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Record Screen Demos on Fedora Using the Command Line (ffmpeg)

Record Screen Demos on Fedora Using the Command Line (ffmpeg)

Background

The ffmpeg command is broken down into the following primary parts:

  • input

  • output (encode)

  • output container (filename).

To record your desktop, you require two input sources to be configured:

  • Audio from your laptop mic, USB headset, or 3.5mm microphone/headset jack.

  • Video from the desktop of your computer.

Usage Example

Rather than doing what we always do, and blindly copy pasta a command and run it, read the Build the Command section to understand the ffmpeg commands you see. You’ll start to learn that while this tool seems complicated, the commands are there for a reason, and in the order they are on purpose.

ffmpeg -video_size 1920x1080 -framerate 30 -f x11grab -i :0.0+0,0 -f alsa -i plughw:1,0 -acodec libmp3lame -ar 48000 -ab 320k -vcodec libx264 Desktop_Recording.mp4

To stop the recording, press Ctrl+C in the terminal.

What does all that mean?

This captures the left screen at 1920x1080 resolution, and uses the USB Headset connected to the PC. The framerate is 30 fps. The audio is encoded in MP3 format at 48000 khz @ 320kbps. The file saved is Desktop_Recording.mp4, and is saved in the same directory you executed this command in.

Alias Command

Add the following alias to your ~/.bashrc file, and you have a way of easily recording from the command line with pre-set settings. All you need to do is specify the target file name as [filename].mp4, after typing the command.

alias Record_Desktop="ffmpeg -video_size 1920x1080 -framerate 30 -f x11grab -i :0.0+0,0 -f alsa -ac 1 -i plughw:1,0 -acodec libmp3lame -ar 48000 -ab 320k - codec libx264 "
The space is important at the end of the alias. It lets you specify a file name after the alias.

Procedure

Prerequisites

If you just try and run the command above for the first time, I can almost guarantee that you’ll get errors. There are some things you need to do before you can begin constructing the command to suit your Fedora installation.

Set Default Monitor

  1. Open gnome-display-properties in Gnome 3 (Activities > Displays)

  2. Drag the screen you want to capture to the left of the dialog.

  3. Click the left monitor in the dialog.

  4. Write down the resolution displayed. This is required in the command line procedure.

  5. Ensure the black title bar is dragged over to the screen you want to capture.

This sets the record target display as 0.0, or DEFAULT.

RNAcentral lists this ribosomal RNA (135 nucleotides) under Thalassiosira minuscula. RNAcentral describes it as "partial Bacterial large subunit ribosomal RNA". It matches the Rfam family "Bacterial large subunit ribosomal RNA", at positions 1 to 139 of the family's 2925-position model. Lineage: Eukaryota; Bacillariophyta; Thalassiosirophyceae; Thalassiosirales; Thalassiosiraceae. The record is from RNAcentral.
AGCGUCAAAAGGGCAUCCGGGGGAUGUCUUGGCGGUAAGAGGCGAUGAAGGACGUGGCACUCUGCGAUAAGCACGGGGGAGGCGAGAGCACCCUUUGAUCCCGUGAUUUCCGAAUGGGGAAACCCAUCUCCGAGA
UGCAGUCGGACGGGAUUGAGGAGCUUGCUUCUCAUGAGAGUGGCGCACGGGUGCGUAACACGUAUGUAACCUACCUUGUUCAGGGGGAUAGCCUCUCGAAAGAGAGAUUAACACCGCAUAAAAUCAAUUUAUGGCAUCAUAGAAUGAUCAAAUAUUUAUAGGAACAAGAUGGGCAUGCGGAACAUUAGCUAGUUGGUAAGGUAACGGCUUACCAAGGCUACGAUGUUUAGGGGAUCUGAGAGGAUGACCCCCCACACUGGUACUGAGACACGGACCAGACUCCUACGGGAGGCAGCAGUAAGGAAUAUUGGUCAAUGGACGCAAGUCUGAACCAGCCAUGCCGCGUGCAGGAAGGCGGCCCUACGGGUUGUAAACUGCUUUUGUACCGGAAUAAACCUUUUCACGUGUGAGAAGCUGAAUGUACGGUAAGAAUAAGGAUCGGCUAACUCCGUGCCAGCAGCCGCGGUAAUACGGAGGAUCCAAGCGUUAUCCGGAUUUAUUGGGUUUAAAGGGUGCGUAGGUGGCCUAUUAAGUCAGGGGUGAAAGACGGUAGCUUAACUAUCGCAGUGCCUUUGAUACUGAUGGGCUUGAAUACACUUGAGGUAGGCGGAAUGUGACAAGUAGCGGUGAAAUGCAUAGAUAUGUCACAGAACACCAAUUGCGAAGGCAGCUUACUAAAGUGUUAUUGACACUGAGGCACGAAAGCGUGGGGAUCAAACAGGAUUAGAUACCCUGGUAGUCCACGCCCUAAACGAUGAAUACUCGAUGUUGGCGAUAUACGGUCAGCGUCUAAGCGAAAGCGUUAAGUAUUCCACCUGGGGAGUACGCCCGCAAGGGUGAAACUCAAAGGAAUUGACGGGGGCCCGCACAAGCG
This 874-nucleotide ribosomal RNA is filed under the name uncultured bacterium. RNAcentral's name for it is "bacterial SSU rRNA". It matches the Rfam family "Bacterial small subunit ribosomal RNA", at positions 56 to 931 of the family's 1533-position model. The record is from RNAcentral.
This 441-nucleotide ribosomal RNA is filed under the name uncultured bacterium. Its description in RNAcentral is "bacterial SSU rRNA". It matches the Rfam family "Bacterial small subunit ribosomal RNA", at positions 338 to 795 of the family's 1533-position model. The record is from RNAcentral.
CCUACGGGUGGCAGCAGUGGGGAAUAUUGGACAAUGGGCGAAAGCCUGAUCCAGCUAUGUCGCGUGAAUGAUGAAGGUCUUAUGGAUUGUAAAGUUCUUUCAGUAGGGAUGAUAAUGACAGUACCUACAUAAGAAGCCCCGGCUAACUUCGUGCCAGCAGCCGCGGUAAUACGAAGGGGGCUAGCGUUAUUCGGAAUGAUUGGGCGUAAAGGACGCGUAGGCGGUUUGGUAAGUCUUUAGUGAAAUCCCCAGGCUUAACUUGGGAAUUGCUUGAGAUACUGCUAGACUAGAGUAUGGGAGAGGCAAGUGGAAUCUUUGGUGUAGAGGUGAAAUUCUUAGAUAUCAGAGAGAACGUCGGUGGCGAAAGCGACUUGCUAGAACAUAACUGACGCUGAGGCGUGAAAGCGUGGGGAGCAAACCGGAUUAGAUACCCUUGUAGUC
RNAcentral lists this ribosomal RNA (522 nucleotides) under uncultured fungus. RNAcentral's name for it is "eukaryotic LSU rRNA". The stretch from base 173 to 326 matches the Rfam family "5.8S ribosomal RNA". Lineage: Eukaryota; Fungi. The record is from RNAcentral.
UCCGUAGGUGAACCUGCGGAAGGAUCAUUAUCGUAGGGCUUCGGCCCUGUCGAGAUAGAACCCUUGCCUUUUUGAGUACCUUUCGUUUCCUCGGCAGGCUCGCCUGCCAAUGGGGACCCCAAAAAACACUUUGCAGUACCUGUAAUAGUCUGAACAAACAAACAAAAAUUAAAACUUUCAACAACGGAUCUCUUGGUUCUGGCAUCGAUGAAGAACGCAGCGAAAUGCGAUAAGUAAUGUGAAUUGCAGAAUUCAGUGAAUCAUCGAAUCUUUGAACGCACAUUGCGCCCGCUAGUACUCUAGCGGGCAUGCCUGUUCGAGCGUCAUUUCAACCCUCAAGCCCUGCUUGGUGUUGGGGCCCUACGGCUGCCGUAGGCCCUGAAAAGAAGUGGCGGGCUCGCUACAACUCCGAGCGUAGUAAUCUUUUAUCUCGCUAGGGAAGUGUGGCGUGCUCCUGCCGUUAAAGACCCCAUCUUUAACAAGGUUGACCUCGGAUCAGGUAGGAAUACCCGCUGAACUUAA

Get Packages

Install Codecs from RPM Fusion Non-free repo:

The required package names seem to change periodically, particularly between major releases of Fedora. If you notice package name changes, let me know and I’ll update the package names.
  1. Install the rpmfusion-nonfree repo

    • sudo yum install ffmpeg lame lame-devel

  2. Install Codecs from RPM Fusion Free repo\

    • sudo yum install h264enc x264 x264-devel

Build the Command

The following sections explain the ffmpeg command. If you have come to this blog post and some of the parameters are out of date, you should at least be able to work out the basic required structure. If you do notice any issues, send me an email or leave a comment and I’ll incorporate your feedback.

Input

Audio Input Parameters
-f alsa

Specify an input format of ALSA audio.

-i plughw:[card],[device]

Specify the card and device number of the microphone you want to record from. If you are using a USB headset or mic, do the following to correctly set this parameter:

  1. Plug in the device and run one of the following commands:

    • # cat /proc/asound/cards

    • # arecord -l

  2. You will get a listing of available sound cards.

  3. Change plughw:0,0, to plughw:[n],0, where [n] corresponds to the device ID of the headset or mic you want to use.

Video Input Parameters
-f x11grab

Specifies an input format of X11 Screen Capture.

The -videosize and -framerate parameters must appear first in the command. You are passing the frame rate and screen resolution to the display and capture area. Place it after -i and you are specifying these values for the next input format.
-video_size 1920x1080

Specifies the screen’s resolution. Alter this to the current display resolution of your device as reported in the Prerequisites.

There are no spaces in the video_size values.
-framerate 30

Specify a frame rate of 30 fps. This setting does produce large file sizes, but the visual quality is perfect.

-i :0.0+0,0

The setting as written captures the left screen. (0.0 specifies the $DEFAULT (system default) monitor display. The second set of numbers after the + specifies the offset value from the left-hand display. For example, if you want to capture the second screen, and the L/H monitor runs 1920x1080, the offset value is -i :0.0+1920,0).

Output

ffmpeg output properties are set using codecs and their specific settings. You need settings for both Audio and Video. Specify the Output (encode) properties in the order you specified the input types:

Audio Output Parameters
-acodec libmp3lame

Specifies that you will encode using mp3 libraries. These libraries encode fine when pushed to services such as Vimeo.

-ar 48000

Specifies the audio frequency is 48000 khz. This frequency is "CD Quality".

-ab 320k

Specifies the audio bitrate is 320kbps. This is the highest you can go with MP3 audio.

Video Output Parameters

The only parameter you need to provide is the following one.

-vcodec libx264

Specifies the h.264 codec, otherwise known as MP4 video.

Output Container

Finally, the output file name, which is added as the last command line argument. Ensure it has the .mp4 container extension in the name.

Summary

Because you read the full blog post, you now know what all those parameters mean, and can go tell someone else about how to use ffmpeg. Nice one!

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